Although last Sunday night’s temperatures dipped into the low 30s, there was a wonderful and warm feeling during the 20th annual Highland Memorial Park Cemetery Christmas Remembrance …
Although last Sunday night’s temperatures dipped into the low 30s, there was a wonderful and warm feeling during the 20th annual Highland Memorial Park Cemetery Christmas Remembrance Ceremony.
There was what Joseph Swift, who doubles as President of the well-maintained and spacious cemetery and Johnston Lions Club, called: “A warm and heartfelt speech about the ‘Meaning of Christmas’ from Rev. Father Albert D. Ranallo of St. Ann’s Church in Providence.”
Moreover, as Swift told an overflow audience inside Highland Memorial Park’s impressive Chapel Mausoleum: “There is nothing better than to hear children singing Christmas songs.”
Add to that the lighting of three trees — which were adorned with approximately 800 pewter ornaments with the name of the person in memory of written on the back, hot chocolate and cookies and a classic conclusion featuring the sound of “Silent Night” filling the chilly air — that’s why people like Johnston Town Councilman and Swift’s brother Lion Robert Civetti who came with his wife Carol, observed: “This is always a special evening.”
It was Highland Park’s 20th Annual Christmas Remembrance Ceremony that as Swift explained “actually started 21 years ago but did not happen in 2020 due to the COVID-19 Pandemic.”
He started the event “because Christmas is a time of mixed feelings and emotions so we wanted people to remember the good times, the fun times and to leave our event with warm feelings and a smile on their face.”
That was always accomplished every year and last Sunday night was no exception per Father Ranallo’s impressive presentation and a stunning performance by the national award-winning Johnston High School Concert Choir under the direction of Matt Gingras.
Gingras’ group, in fact, created a first for the ceremony by leading people in the singing of “Silent Night” during the tree lighting.
“We received so many compliments tonight,” Swift noted. “People love this tradition and first-timers said it made their loss this year a little easier knowing that the cemetery does these types of events including the Easter Sunrise Service.”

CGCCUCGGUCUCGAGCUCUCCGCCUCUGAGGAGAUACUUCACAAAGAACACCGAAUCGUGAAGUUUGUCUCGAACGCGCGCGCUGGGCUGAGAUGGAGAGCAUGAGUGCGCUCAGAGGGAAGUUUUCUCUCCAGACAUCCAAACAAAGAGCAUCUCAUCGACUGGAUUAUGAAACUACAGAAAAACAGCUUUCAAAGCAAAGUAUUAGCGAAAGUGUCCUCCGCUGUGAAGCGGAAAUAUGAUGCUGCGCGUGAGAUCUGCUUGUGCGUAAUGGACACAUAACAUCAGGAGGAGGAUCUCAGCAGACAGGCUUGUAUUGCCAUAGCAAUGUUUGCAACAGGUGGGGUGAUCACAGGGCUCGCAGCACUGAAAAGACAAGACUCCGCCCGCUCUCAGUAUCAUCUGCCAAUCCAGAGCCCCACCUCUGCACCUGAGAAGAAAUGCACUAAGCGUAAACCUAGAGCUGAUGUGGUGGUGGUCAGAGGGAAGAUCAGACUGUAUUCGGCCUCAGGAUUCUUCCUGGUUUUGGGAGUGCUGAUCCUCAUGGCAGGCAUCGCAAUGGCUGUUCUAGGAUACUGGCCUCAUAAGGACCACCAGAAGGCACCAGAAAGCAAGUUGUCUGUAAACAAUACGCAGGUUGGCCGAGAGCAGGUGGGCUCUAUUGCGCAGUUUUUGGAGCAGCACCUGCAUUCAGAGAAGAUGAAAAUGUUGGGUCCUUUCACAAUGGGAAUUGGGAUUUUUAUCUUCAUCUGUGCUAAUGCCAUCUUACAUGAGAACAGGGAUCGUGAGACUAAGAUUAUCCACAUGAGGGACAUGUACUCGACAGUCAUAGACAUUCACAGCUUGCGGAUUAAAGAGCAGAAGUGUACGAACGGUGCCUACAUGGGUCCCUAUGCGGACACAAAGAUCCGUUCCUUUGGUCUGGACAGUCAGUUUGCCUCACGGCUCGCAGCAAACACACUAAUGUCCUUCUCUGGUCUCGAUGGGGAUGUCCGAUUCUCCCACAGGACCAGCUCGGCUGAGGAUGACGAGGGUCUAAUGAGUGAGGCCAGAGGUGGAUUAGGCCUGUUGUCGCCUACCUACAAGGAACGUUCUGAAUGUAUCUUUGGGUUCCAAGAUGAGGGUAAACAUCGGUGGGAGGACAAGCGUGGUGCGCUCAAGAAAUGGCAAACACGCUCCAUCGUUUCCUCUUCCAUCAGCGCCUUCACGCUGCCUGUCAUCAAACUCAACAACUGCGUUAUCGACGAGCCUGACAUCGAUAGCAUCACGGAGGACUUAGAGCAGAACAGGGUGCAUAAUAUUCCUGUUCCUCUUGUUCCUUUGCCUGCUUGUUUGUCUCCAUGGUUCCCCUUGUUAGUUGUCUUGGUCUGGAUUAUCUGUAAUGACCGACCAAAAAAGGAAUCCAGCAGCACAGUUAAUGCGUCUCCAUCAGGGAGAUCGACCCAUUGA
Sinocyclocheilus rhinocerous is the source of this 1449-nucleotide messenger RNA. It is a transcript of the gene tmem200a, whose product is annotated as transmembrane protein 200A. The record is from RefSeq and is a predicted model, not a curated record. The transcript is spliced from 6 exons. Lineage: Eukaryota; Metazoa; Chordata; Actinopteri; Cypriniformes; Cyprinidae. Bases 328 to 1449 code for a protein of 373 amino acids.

As many people were leaving the cemetery, there were statements like, “We all loved the singing and hope this tradition will continue,” while other folks noted “it would be nice to know that one day this service will also be held in their memory; perhaps that says it all.”
Likewise, Swift said “many people were impressed with the (JHS) Concert Chorus for two reasons; first because of the group’s singing which featured accompanist Jan Navarro on the keyboard and perhaps even more impressive that 40 or so undergrad gave up a Sunday evening to participate in a beautiful event that recognized people’s loved ones lost during 2021.”
“I couldn’t be more proud of our students,” said Gingras. “They believe in what we are doing and it reflects in their music.”
The JHS Concert Chorus performed five pieces, including Veni Veni Emmanuel by John Trotta featuring student percussionist Johnathan Guilmette.
There was also “Glow” by Eric Whitacre, a peaceful song about the beauty of wintertime the treble chorus followed by followed by Mozart’s “Veni Sancte Spiritus,” then “Where the Light Begins,” a piece that Gingras noted “captures the feeling of peace that is always present during the holiday season but not directly about the holiday season that he said speaks to the light inside of us all.”
The final selection was “That’s Christmas to Me” featuring Madison DaCosta, a soloist with the JHS Concert Chorus.
After the Concert Chorus’ final song, Gingras invited everyone to join in the singing of “O Holy Night.” People sang from a sheet that was handed out by Julie Jefferies, Swift’s granddaughter, as they entered the mausoleum. It was the second time the talented JHS troupe performed at Highland Memorial Park Cemetery.
“We hope to return in the coming years and we hope to see our group grow,” Gingras said.
“These kids (Johnston High Concert Chorus) have a special sound,” said Joseph Swift, during Sunday’s Highland Memorial Park Cemetery Christmas Remembrance Ceremony.
Imagine if they weren’t wearing masks.
No comments on this item Please log in to comment by clicking here